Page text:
Over in Bexley Park, Kent, hot coffee sales are also perky. “We are selling between 40 to 50 cups a day and if it carries on growing at the current rate, I can see us selling more than that as the weather gets colder,” says Londis retailer Nishi Patel, who has recently installed a new Tchibo Smokin’ Bean machine at his store.

“The new machine is great. Customers say the coffee tastes better and it’s hotter and creamier compared to the old Tchibo machine I had. I did look into getting a new Starbucks machine but they only wanted to deal with big corporates. I also looked at the Pret machine but it was too expensive to make a decent enough profit on. Tchibo is working well for me.”

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2. 64% of drinks consumed on-the-go at breakfast time are hot or cold coffees

It will come as no surprise that most coffee is drunk in the morning. Indeed, 64% of drinks consumed on-the-go at breakfast time are hot or cold coffees, compared to 44% consumed throughout the day [Lumina Intelligence]. Shoppers coming in for coffee in the morning present retailers with an opportunity to provide hot breakfast to go too.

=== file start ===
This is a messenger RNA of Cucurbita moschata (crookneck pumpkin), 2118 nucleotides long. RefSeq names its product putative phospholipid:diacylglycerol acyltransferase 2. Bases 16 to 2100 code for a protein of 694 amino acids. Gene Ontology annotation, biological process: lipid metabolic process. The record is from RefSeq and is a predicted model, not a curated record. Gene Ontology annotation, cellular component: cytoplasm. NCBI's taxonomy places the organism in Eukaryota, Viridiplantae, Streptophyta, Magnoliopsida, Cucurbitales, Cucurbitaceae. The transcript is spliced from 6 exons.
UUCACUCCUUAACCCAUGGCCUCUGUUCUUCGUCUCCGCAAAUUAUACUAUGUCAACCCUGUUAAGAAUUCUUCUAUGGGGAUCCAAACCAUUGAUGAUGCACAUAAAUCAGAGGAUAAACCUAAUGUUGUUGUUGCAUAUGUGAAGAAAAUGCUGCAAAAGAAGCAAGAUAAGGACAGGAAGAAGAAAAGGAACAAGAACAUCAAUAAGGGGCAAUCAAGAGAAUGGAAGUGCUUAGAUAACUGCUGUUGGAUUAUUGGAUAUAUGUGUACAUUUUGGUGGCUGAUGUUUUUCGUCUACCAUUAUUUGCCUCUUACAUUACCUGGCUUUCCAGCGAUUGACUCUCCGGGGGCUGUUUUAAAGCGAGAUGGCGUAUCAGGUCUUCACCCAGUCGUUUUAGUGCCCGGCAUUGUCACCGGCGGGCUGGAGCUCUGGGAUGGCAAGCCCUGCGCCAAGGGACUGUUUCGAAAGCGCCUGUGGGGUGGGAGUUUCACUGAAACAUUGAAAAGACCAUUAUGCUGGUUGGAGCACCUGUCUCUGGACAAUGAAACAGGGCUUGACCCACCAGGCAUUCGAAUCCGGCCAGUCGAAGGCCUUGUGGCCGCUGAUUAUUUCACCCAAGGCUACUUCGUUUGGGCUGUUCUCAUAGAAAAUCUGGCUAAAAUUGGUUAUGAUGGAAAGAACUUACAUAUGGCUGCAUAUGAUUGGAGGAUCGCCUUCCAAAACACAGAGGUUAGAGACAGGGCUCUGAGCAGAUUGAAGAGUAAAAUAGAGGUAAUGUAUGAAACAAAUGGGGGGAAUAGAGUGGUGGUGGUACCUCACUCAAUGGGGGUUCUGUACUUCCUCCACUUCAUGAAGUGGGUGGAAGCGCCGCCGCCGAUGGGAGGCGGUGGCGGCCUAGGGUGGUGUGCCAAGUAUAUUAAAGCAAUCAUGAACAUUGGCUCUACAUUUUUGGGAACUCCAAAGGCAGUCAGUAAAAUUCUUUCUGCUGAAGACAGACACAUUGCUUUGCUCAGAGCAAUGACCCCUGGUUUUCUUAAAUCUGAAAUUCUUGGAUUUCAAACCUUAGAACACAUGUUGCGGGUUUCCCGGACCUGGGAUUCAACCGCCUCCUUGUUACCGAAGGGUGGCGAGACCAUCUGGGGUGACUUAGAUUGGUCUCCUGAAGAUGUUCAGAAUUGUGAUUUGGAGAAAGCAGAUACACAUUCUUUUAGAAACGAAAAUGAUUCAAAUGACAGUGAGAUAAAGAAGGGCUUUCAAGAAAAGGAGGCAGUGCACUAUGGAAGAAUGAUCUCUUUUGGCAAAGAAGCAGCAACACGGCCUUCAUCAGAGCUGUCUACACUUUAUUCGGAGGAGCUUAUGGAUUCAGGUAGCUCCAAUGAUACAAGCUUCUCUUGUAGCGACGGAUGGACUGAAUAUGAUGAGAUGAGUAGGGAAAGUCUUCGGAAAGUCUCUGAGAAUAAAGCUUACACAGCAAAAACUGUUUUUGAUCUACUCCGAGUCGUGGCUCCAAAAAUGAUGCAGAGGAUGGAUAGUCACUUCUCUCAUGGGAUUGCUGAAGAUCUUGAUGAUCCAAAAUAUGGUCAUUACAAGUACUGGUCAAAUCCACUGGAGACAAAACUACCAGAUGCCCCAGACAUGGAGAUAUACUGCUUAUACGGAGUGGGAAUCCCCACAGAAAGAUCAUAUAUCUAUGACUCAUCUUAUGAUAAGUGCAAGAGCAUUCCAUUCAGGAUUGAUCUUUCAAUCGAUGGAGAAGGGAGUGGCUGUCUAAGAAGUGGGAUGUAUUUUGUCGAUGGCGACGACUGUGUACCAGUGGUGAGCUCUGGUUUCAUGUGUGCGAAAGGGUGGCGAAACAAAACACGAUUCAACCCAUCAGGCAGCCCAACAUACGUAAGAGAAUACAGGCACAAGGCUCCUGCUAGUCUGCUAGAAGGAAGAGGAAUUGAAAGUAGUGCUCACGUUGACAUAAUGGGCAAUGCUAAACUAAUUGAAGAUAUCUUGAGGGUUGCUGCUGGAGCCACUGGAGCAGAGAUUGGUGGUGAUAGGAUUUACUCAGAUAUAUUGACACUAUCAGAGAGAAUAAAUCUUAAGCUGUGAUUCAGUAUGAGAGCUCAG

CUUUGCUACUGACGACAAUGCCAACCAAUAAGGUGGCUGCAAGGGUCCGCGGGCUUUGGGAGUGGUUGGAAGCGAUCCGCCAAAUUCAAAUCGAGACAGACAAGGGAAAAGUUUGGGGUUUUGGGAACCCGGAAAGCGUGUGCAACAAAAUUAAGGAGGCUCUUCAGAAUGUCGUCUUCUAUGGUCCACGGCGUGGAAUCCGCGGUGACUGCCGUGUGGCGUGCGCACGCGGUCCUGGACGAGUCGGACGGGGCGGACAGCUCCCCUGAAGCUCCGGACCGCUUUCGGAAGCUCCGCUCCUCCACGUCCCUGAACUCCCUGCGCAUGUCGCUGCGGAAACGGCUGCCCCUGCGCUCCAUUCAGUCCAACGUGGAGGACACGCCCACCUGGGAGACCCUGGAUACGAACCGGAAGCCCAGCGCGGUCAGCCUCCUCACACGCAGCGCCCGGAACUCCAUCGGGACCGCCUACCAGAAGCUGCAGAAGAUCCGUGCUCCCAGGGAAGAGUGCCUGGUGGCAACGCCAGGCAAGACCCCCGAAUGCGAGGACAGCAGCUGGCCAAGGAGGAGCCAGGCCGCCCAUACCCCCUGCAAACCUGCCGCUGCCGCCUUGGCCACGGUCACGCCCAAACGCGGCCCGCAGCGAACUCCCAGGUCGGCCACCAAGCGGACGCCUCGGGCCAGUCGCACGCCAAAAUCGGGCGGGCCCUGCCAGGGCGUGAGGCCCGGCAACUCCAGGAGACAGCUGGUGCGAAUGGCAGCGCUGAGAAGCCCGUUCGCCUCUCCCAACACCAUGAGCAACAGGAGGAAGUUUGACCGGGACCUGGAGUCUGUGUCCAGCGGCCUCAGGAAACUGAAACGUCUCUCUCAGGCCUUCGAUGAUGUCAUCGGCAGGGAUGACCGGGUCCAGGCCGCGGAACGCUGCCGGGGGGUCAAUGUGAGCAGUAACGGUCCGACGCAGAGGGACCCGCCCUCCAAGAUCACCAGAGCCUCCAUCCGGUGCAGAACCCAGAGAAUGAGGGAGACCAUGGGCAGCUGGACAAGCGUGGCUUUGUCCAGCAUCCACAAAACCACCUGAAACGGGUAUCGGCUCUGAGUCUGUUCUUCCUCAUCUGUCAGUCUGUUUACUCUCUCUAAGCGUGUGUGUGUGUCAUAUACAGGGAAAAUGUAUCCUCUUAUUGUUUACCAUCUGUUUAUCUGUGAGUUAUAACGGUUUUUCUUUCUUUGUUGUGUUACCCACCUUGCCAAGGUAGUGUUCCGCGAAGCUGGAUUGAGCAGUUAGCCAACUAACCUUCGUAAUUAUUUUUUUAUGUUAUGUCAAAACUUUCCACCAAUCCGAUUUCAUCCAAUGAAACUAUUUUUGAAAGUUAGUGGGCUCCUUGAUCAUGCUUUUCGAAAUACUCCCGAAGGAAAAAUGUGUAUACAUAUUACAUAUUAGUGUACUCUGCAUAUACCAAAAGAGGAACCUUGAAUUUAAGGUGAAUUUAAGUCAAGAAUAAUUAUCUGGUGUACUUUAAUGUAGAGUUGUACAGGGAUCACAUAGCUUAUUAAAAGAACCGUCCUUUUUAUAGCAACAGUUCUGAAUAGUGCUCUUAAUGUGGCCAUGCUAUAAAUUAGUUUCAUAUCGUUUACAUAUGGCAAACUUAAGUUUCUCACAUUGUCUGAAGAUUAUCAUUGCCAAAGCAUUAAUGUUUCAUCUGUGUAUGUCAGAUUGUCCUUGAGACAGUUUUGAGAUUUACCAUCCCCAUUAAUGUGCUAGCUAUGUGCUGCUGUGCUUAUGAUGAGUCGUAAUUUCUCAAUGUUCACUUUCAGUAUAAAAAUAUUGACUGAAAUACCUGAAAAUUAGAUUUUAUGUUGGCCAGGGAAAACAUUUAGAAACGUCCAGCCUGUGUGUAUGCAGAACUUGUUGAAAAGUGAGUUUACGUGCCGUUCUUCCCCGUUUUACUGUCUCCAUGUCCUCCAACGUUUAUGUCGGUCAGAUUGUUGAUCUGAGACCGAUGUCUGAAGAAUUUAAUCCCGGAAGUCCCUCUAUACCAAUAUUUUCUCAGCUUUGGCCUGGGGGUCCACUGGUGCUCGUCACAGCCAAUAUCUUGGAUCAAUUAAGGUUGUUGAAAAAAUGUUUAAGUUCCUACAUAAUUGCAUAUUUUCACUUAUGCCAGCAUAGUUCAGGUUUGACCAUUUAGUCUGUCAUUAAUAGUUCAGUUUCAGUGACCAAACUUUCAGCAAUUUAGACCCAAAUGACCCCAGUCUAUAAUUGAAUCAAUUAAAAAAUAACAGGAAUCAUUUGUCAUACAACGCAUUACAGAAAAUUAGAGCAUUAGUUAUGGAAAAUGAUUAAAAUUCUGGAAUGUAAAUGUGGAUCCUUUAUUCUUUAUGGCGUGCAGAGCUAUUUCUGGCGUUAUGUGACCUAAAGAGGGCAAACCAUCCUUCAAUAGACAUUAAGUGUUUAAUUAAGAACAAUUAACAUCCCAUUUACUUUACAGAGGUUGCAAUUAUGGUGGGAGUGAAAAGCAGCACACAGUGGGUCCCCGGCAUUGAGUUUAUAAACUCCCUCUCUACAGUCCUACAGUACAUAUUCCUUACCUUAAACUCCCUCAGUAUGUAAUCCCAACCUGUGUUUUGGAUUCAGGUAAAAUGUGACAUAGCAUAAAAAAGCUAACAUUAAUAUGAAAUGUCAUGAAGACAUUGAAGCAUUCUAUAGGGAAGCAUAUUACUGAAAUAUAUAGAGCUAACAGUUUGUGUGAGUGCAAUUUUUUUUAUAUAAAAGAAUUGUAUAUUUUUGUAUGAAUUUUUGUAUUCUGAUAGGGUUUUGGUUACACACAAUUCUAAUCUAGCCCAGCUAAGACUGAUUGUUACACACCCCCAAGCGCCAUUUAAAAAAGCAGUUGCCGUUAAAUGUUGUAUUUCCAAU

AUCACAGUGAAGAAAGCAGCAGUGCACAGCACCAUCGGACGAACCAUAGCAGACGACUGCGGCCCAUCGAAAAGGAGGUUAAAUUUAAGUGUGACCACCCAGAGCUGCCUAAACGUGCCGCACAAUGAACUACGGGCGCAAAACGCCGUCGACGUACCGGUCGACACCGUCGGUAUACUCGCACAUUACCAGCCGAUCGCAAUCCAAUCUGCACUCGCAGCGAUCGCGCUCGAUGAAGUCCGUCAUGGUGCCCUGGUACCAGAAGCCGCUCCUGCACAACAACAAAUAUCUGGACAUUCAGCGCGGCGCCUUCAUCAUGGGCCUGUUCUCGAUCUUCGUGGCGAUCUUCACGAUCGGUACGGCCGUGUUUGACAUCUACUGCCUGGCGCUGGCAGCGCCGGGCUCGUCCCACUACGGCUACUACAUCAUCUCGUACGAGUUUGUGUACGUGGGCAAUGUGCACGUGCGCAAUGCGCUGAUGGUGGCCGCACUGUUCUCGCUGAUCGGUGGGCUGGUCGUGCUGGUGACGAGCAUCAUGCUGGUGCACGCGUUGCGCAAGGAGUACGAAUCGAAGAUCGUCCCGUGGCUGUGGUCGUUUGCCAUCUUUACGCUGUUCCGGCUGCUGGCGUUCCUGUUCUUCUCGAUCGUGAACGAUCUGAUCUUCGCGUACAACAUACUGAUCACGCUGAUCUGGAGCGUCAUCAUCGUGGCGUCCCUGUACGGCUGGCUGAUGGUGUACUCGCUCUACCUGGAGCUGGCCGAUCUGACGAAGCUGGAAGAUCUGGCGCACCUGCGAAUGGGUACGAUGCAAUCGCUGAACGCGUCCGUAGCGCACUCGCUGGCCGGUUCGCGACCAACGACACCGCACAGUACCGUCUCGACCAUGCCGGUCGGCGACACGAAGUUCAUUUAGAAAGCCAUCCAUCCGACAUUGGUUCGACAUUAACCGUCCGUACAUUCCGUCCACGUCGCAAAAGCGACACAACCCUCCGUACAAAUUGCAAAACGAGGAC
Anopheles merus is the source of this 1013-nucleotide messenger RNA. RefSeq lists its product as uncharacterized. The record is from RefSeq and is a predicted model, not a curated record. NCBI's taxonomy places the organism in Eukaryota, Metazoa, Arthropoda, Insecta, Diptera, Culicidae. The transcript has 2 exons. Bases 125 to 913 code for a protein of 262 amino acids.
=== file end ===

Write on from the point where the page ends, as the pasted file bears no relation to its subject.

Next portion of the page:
“We come in at 3:30 every morning and start cooking and breakfast opens up at 4:30 and runs until 10:00,” says Craig in Newry. “We sell about a third of our coffee at breakfast and do a good trade in muffins, filled croissants and sausage rolls. Our bestseller at breakfast is the Big Eat Breakfast Bap - two sausages, two rashers of bacon and a hash brown in a bap.”

Sweet pastries are another must-stock breakfast item. “Croissants remain a top sweet bakery breakfast item, accounting for 15% of all breakfast occasions eaten out of home,” says Lantmännen Unibake marketing manager Samantha Winsor, citing Lumina Intelligence research from June 2020.